Can syncthing be used for full syncs only?

Hey this looks fun alternative for bittorrent sync!

Can I share code between my local computer and production server in a way that only full syncs are enabled? Partial syncs would break the system and I don’t want that.

This might be really wrong way to do it but it sounded like a good idea for me.

What do you mean by full vs partial sync?

I guess you want to only let the production server access the directory once it is in sync with his local machine. To do this you need a few things:

  1. A symlink on your production machine that points to a directory.
  2. Syncthing configured to sync to directory.N
  3. Once the sync has finished, shut down syncthing, then update the symlink to point to directory.N
  4. Now reconfigure syncthing to point to directory.N+1 and continue as before.

@jpjp Yeah exactly. It would be superb to have ability to download changes into some sort of cache. For example when downloading torrents you can usually specify to move the files to another directory when download is complete. It’s a bit different than this since it would be good to also reflect changes in server back to local computer.

Well I actually have no idea how the internals work at this point but this could be implemented for example with internal git-like version control.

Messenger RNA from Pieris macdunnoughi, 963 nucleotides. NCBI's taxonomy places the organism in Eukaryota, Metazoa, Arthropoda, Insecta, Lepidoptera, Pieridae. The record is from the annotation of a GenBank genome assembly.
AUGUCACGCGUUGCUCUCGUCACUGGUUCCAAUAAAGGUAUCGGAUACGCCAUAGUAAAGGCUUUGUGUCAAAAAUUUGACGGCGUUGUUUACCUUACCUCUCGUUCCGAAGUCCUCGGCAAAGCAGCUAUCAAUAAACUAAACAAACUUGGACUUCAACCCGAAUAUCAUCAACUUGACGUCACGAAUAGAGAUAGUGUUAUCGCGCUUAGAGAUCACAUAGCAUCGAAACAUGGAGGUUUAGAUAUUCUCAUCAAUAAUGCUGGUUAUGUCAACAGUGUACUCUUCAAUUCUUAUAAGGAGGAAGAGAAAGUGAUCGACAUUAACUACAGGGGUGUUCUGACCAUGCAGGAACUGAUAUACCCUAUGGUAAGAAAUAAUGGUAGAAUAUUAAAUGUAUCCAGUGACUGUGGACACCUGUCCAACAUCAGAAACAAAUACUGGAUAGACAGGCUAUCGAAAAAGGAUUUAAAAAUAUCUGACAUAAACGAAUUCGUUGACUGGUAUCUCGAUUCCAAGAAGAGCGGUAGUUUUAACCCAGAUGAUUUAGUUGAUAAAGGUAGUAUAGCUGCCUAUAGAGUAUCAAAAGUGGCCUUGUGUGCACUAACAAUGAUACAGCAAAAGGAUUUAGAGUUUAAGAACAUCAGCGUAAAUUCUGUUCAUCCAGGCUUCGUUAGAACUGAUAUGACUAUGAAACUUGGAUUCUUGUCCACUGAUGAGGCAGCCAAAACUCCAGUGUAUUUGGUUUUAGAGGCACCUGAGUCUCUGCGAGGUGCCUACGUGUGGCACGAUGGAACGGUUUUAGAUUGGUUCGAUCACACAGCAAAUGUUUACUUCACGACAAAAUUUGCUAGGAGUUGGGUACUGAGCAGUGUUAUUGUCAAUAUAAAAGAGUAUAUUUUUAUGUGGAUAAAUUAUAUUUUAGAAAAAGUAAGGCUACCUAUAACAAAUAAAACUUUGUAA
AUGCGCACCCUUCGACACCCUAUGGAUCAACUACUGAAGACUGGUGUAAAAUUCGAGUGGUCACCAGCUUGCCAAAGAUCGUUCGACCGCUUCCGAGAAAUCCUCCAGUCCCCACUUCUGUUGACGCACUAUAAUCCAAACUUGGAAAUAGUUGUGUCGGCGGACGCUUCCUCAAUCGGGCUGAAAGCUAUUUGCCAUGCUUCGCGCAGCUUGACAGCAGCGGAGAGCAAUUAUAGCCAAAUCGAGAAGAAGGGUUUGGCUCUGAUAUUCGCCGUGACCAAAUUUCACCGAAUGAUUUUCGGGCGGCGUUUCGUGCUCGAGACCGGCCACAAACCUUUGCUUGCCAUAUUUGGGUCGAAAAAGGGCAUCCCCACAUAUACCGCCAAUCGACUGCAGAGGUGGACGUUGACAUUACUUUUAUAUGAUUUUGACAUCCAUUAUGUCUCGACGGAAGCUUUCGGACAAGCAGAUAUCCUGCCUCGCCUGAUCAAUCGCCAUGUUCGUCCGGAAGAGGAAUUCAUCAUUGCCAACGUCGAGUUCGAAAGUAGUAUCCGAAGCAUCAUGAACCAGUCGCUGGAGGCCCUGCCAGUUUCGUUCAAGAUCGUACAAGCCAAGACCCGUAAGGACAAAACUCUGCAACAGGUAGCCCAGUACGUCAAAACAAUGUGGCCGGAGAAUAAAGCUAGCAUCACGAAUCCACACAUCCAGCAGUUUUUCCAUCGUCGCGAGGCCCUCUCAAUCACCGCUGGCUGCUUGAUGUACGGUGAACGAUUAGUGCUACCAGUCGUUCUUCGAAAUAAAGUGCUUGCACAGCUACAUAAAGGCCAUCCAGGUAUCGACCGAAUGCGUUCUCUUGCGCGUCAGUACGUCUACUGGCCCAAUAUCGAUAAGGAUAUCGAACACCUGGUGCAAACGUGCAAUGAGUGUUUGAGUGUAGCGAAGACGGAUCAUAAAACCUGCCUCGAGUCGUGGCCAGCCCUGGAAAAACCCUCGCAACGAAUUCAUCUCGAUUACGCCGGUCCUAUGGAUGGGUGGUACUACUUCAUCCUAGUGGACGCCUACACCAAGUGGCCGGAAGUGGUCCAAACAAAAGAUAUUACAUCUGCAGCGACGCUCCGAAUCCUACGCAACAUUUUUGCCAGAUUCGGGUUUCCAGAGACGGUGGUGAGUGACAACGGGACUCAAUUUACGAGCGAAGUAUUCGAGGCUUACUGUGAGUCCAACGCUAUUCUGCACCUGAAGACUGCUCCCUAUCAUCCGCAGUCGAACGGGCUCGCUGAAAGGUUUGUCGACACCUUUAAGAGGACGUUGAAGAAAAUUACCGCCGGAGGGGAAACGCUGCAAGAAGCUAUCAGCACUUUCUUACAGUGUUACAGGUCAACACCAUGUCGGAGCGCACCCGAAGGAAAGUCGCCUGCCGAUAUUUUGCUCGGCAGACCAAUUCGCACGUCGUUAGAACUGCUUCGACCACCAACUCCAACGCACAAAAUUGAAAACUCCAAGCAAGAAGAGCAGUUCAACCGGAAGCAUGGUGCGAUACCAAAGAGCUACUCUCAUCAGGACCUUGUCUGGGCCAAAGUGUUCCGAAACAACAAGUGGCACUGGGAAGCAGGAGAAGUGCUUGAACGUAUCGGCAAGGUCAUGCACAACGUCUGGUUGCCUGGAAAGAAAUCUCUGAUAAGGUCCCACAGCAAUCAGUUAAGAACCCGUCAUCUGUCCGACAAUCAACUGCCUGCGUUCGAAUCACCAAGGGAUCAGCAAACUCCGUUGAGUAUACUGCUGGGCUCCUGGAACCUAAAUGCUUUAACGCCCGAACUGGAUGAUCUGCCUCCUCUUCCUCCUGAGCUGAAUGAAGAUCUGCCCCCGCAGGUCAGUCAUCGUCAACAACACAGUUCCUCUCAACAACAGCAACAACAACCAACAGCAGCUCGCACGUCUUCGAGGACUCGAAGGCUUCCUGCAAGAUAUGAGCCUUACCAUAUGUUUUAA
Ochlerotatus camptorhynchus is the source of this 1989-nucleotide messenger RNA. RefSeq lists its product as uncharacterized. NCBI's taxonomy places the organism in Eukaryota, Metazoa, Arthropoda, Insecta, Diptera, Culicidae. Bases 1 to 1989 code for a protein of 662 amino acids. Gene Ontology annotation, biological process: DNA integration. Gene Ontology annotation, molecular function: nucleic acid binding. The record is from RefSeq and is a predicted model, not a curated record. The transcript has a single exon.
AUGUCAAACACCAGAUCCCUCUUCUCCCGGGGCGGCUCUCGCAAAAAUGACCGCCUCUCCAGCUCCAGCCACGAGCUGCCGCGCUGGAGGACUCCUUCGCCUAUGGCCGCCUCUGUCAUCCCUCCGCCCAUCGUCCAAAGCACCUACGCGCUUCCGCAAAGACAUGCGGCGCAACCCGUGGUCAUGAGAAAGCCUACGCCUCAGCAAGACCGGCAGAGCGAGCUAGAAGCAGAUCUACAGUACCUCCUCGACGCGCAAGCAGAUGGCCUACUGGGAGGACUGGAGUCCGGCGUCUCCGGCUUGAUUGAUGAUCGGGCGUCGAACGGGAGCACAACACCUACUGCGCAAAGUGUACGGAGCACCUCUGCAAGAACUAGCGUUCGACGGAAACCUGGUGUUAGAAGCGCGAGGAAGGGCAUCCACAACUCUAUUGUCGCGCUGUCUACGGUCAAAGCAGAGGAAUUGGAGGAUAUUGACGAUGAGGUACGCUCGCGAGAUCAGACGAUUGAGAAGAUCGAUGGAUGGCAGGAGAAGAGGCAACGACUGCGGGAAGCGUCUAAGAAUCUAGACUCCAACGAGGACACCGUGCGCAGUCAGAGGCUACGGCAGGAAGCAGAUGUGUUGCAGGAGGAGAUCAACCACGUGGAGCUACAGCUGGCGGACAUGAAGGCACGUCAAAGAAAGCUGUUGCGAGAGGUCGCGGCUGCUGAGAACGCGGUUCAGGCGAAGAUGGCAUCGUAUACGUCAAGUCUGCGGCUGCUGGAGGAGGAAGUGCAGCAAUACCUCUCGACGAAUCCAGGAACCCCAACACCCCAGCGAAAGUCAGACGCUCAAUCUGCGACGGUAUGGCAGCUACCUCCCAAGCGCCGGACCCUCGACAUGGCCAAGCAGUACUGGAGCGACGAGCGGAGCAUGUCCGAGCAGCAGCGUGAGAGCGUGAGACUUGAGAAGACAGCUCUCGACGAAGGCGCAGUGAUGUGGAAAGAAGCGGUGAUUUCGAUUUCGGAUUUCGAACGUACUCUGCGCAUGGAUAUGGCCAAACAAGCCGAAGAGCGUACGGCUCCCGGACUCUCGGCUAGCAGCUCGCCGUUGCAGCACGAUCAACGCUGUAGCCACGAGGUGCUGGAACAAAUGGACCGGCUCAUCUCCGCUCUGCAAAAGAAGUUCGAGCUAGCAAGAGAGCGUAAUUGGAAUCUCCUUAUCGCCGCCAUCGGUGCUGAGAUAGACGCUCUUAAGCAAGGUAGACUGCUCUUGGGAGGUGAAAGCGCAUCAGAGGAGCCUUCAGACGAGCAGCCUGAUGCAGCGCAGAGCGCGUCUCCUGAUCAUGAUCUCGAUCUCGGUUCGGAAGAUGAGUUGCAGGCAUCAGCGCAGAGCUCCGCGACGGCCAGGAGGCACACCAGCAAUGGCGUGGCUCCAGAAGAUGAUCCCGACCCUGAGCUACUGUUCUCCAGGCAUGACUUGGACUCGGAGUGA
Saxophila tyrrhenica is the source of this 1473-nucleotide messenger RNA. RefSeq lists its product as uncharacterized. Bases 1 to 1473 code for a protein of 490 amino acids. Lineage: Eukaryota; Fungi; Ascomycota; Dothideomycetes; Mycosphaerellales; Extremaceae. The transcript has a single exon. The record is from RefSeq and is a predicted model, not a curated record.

.syncthing (hidden folder) /version-000002 (version in use) /version-000003 (changes from remote. MD5 hash of files doesn’t match yet so we know it isn’t fully synced)

When md5 check matches syncthing can checkout changes from version 000003.

And now we would have version control of files as well. It would open doors to use syncthing in controlled distributed continuous integration of filesystems.

Syncthing does atomic commits per file. There is no concept of a snapshot of an entire repo. I suspect it would be kind of tricky to implement as well; we’d need to know when would a good time to take such a snapshot on the source, and the sync would fail if anything changed on the source while we are still syncing.

You could also create imagefiles of some sort (%timestamp%.iso for example) periodically and put them into your repository. Once the file is on the other side it’s “complete”. In a nx setup it is easy to mount them and they behave just like read only directories, but I am sure one can do some magic on windows as well. That saves you the trouble of checking whether syncthing is in sync, shutting it down, etc.

You could also listen for events and as soon as a repo enters “Idle” state, it’s fully synced by some definition.